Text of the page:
Ahead of Chandrayaan-2 launch, ISRO budget breaches Rs 11,000 crore

In 2017-18, the actual allocation was Rs 8,053 crore, while in 2018-19 the revised estimate stood at Rs 9,918 crore.

Published: 06th July 2019 05:13 AM  |   Last Updated: 06th July 2019 09:50 AM   |  A+A-

ISRO personnel work on Chandrayaan 2 at ISRO ISITE in Bengaluru | vinod kumar t

By Express News Service

CHENNAI: In a big boost to India’s space programme, the Centre has increased the financial outlay for the Department of Space (DoS) to Rs 11,177.46 crore. This apart, the government also announced forming of New Space India Limited (NSIL), a public sector enterprise incorporated as a new commercial arm of DoS to commercialise various space products developed by Indian Space Research Organisation (ISRO), including production of launch vehicles, transfer of technologies and marketing of space products.

This comes days before the historic launch of Chandrayaan-2 mission on July 15. If successful, India will become the fourth nation to soft-land on surface of the moon and cementing its place among the world’s space-faring nations. This is for the first time ISRO’s budget has breached Rs 11,000 cr mark. In 2017-18, the actual allocation was Rs 8,053 crore, while in 2018-19 the revised estimate stood at Rs 9,918 crore.

As per the financial outlay for individual departments, funds for Department of Space are allocated under three heads i.e. space technology, space applications and INSAT satellite system. Totally, Rs 8,407.59 crore has been allocated for space technology, Rs 1,885.45 crore for space applications and Rs 884.42 crore for INSAT satellite systems.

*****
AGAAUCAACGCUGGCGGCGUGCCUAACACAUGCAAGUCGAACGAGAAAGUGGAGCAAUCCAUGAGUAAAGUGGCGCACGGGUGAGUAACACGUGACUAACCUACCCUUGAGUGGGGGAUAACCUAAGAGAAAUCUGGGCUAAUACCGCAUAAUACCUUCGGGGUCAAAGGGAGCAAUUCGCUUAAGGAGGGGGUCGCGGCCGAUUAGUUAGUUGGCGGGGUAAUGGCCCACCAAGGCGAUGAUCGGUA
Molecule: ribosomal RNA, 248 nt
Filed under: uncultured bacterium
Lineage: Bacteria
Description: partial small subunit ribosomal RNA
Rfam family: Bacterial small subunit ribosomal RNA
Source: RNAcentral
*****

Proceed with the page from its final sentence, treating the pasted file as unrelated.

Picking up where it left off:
READ HERE | India plans giant leap in space, to have own station by 2030

Under space technology, ISRO is provided funds for launching three earth observation spacecraft, four PSLV and three GSLV Mk-III rockets with carrying capacity of four-tonne class of communication satellites. These missions will carry niche ocean cloud monitor, sea surface temperature sensor and continuation of microwave imaging in C-band. The space agency will also be designing and developing applications for earth observation, communications, disaster management generating 9,500 maps.   

ISRO chairman K Sivan had earlier said the organisation had planned 32 missions, including the “most complex” Chandrayaan-2. “The year 2019 promises to be much more challenging to the ISRO community with 32 planned missions (14 launch vehicles, 17 satellites and 1 Tech demo missions),” Sivan had said in a New Year message. Recently, ISRO had unveiled the Human Space Flight Centre in Bengaluru.

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